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AdventureLover67

American seeking UK cruise advice/recommendations.

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I am currently researching both trans-Atlantic and in country cruises in England. A friend has an interest and I'd like to know of any recommendations and how you would categorize your experience (formal, casual, family, etc.).

There would be no children travelling and generally she enjoys experiencing new cultures, relaxing and is very active. Excursions would be a must.

Thank you for any input you may offer! :)

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I am currently researching both trans-Atlantic and in country cruises in England.

 

The only regular transatlantic crossings are made by Cunard's QM2. This is a formal line and I expect a lot different than Disney.

 

I'm not sure what you mean by "in country cruises in England" :confused: Do you mean a Round Britain cruise? (England, Scotland & Ireland). Cunard do those a couple of times a year as do P&O and other cruise lines.

 

So, does your friend want to sail to England then take another cruise from here? Or does she want to fly over and then cruise from here?

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I assume you are making that common mistake that many North Americans make when you say England but mean Britain and probably Ireland as well? :confused:. They do this repeatedly on the West Wing (just catching up on it on itunes) and it is so irritating, particularly when used by the so-called "English" ambassador to the US. Phew, glad I got that off my chest :D

 

Princess and MSC are doing Round Britain cruises this year. MSC has multi-nationalities onboard but is predominantly Italian and Princess you will know. There are also various smaller lines which offer this type of cruise and some of them specific to areas such as the Scottish Islands. Some are smaller, more exclusive upmarket and others are cheaper on older ships, and aimed predominantly at the UK market.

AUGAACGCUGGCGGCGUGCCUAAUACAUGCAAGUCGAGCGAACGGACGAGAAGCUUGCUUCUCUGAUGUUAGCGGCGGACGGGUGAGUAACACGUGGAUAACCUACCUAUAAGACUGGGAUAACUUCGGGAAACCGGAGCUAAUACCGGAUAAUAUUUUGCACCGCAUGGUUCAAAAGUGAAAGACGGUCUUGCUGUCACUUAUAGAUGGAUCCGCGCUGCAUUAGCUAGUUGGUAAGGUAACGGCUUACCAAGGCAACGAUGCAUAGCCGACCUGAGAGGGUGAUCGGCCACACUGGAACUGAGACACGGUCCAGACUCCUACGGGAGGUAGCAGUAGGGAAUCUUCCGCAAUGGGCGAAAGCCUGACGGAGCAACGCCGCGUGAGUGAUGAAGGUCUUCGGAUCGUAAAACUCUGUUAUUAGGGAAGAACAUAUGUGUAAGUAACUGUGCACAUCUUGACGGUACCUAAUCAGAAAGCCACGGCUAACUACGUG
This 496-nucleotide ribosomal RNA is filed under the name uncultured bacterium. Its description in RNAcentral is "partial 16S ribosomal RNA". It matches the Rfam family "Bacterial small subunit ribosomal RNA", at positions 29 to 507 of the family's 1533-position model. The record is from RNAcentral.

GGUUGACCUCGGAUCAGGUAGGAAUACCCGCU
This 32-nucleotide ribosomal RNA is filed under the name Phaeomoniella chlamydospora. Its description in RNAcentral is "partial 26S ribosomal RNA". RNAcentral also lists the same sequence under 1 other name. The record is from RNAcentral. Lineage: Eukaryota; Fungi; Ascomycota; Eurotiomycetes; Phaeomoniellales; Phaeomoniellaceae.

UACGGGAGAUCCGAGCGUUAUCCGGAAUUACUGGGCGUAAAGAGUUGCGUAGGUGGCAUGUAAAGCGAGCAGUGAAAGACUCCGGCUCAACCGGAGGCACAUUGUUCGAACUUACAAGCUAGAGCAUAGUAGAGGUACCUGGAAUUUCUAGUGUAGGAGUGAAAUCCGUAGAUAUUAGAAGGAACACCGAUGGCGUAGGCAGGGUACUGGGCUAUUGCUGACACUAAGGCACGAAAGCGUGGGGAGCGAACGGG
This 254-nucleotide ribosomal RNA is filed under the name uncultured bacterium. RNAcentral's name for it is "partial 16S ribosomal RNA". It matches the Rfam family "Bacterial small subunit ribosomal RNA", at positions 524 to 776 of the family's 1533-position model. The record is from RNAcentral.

What sort of thing would she be looking for?

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Thank you both for your replies.

 

Yes, she has expressed an interest in visiting Great Britain and perhaps Wales, Scotland or other surrounding areas. I apologize for being vague, but I wasn't sure what ports were included on each line. I'm sure some cruises have much more expansive ports of call than others.

 

I'm not sure if she has decided which location to begin her cruise in. Right now all options are a consideration, I believe. She is a remarkably intelligent woman and enjoys sampling the various cultures abroad, so excursions are certainly a consideration.

 

Thank you again for taking the time to respond to my post, and if you have any suggestions regarding specific lines I would greatly appreciate your input.

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As Ray's answer, Cunard is the only line which offers fairly regular trans-Atlantic crossings - New York to Southampton. It's one of the more formal & traditional lines.

Other ships do offer occasional trans-Atlantics "re-positioning" cruises, normally to Europe in the Spring & the other way in the Fall, as they switch from a winter season in places like the Caribbean to bases in the UK & the Mediterranean for the summer season. That won't work both ways with one vacation, but mebbe a re-positioning cruise one way & a Cunard crossing the other way.

Because of time, cost, & other limitations, most folk fly across.

 

Plenty of cruise lines offer round-Britain cruises, probably best if you tell us your friend's budget & preferences (luxury, formal, family, party-atmosphere etc) & we can suggest the best bets, rather than explain the differences between cruise lines.

All round-Britain cruises include Scotland & Ireland, most also include the Channel Islands & some include ports in France & even Norway. All round-Britain cruises are port-intensive, so longer cruises include more ports than shorter ones - it's as simple as that.;)

Strangely, many don't include ports in England - but England is where most sail from, so if for instance your friend has two weeks then the ideal would be a 10-day cruise with a few days in a hotel in England (most choose London).

 

BTW, cruise lines often quote "London" as the departure port :rolleyes: .

That can be Southampton, Harwich or Dover - and all three are 60+ miles from London in different directions. So if your friend chooses a trans-Atlantic cruise & a round-Britain cruise, do check out the actual departure ports rather than assume they're all one place.

 

JB :)

Edited by John Bull

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We would be flying to England, or Scotland, whichever would require us to meet there for the land portion of the cruise / land tour.

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